Drought creates opportunities for awareness (commentary)Drought creates opportunities for awareness (commentary)
May 15, 2015
IT is no secret that the state of California produces almost half of the country's fruits, nuts and vegetables. Its unique climate and diverse soil series make California an exceptional place to not only farm and ranch but live.
Since this fair state is popular for both agriculture and the general public, land and water usage also varies: Urbans areas, with their swimming pools, lawns and golf courses, dot California's landscape right along with the farms and ranches.
Unfortunately, California is in the middle of one of the most severe droughts in recorded history. The governor has issued an executive order requiring water conservation measures, farmers have had their water reduced or cut off and wells are going dry.
This has caused much finger pointing, shaming and blaming about water usage.
Suddenly, everyone is a water expert and has an opinion about its usage.
Agriculture, obviously, has been vilified, with claims circulating that the industry uses 80% of California's water, that it is unaffected by restrictions and that the sector is wasteful.
However, ask a farmer about his water usage, and he will tell you a much different story.
According to The Northern California Water Assn., irrigated agriculture accounts for only 41% of the state's water.
Farmers have faced cutbacks and cutoffs of their water supply — even those with senior water rights. Orchards in their prime have been ripped out, crops have withered on the vine and livestock have been sold — all in hopes of surviving.
The saying "food grows where water flows" is painfully true in California.
These are not easily realities to face. The general public often forgets that there are families struggling behind those dead orchards and empty fields.
Petitions are currently being circulating demanding that water restrictions be enforced for "big agribusiness and big oil."
While it is important that the regulations be enforced, letting the public attack straw producers does nothing to combat the problem or promote actual facts about the industry.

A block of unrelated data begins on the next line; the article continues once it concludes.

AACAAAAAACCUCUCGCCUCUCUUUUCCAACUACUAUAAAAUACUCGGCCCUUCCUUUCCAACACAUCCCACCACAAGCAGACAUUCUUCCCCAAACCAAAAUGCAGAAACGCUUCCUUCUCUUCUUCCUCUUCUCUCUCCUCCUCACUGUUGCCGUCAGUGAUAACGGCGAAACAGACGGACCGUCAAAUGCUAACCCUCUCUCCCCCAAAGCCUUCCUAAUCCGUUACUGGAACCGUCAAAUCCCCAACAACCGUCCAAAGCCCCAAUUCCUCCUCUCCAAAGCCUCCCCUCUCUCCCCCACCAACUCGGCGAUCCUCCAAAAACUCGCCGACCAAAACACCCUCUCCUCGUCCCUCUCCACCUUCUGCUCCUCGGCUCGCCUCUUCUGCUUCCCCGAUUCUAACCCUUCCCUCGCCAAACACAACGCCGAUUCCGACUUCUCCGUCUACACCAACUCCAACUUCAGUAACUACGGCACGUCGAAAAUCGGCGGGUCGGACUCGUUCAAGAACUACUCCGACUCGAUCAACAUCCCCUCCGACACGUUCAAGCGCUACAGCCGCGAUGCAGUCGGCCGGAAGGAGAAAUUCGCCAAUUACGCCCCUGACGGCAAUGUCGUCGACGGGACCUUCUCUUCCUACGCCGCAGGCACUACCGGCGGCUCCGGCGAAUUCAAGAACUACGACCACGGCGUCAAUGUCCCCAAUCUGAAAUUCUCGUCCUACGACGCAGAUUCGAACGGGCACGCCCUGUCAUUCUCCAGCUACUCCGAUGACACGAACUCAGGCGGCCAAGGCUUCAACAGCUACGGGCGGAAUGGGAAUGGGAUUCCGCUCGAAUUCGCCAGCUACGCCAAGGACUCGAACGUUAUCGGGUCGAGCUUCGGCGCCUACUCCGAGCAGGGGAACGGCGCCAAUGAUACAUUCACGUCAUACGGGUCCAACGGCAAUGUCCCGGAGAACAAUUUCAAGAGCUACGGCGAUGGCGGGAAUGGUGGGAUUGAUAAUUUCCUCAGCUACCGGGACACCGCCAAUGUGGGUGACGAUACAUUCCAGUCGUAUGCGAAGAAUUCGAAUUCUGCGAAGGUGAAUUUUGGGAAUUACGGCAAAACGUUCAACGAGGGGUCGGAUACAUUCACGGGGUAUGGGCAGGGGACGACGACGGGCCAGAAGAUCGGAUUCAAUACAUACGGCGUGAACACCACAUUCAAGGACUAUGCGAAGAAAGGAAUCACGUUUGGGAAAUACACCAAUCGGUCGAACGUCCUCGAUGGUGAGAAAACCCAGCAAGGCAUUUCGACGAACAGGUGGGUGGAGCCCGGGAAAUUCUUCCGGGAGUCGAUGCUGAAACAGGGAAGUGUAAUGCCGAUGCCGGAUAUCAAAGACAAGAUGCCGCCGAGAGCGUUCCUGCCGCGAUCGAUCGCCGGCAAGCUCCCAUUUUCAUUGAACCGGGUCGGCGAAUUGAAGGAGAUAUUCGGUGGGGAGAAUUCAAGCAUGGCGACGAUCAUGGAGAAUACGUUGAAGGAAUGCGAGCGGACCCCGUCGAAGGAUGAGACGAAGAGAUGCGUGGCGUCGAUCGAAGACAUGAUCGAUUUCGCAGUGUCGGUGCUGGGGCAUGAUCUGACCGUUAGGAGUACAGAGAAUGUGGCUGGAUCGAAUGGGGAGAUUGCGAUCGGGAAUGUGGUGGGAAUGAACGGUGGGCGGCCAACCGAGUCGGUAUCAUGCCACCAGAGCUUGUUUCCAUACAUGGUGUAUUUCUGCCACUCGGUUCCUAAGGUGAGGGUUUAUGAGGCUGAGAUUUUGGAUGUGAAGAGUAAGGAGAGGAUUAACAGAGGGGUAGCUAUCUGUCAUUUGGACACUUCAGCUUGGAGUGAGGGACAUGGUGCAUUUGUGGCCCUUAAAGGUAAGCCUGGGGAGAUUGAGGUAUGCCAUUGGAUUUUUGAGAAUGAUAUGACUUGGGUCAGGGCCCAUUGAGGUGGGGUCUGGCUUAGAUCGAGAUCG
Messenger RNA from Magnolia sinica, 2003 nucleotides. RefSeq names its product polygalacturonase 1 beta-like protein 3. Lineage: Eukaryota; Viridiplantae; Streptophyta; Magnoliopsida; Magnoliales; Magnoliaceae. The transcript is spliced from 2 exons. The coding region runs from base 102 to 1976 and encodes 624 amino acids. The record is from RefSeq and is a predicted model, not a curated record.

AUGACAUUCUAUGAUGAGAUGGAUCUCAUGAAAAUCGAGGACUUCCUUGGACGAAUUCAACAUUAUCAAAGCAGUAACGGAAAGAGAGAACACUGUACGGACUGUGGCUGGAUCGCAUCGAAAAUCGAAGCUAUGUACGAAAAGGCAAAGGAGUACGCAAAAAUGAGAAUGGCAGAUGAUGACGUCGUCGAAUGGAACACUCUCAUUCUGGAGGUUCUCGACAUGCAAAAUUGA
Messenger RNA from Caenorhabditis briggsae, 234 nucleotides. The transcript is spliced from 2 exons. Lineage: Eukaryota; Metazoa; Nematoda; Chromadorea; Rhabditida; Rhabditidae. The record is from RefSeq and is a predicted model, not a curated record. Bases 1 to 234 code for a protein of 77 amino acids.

Regardless of size or label, agriculture does need to continue to evaluate its water usage.
The good news is that, over the past few years, this drought has already forced some changes like drip irrigation, laser-leveling pastures and better management practices to take root. Even though improvements are being made out in the fields, these are not always articulated well to consumers.
If California wants to continue being home to much of the nation's food supply and population, new ways will need to be found to improve water sustainability, e.g., desalination plants, efficient crops and animals, improved irrigation methods.
Almost equally important, though, is going to be showing consumers the improvements that have been made and are making a difference in terms of water usage.
The drought has been devastating for many in California; there is no denying that. But it is also giving agriculture the perfect forum to discuss and engage the public about an important topic. Water is one of our most precious resources, and we all must use and share it to survive.
*Megan Brown is a blogger and sixth-generation rancher who raises Black Angus cattle in northern California. From 4-H as a child to FFA as a teen to receiving her bachelor's degree in agricultural business from California State University-Chico, agriculture has been Brown's lifelong passion. Read more on her website at www.thebeefjar.com, or contact her at [email protected].
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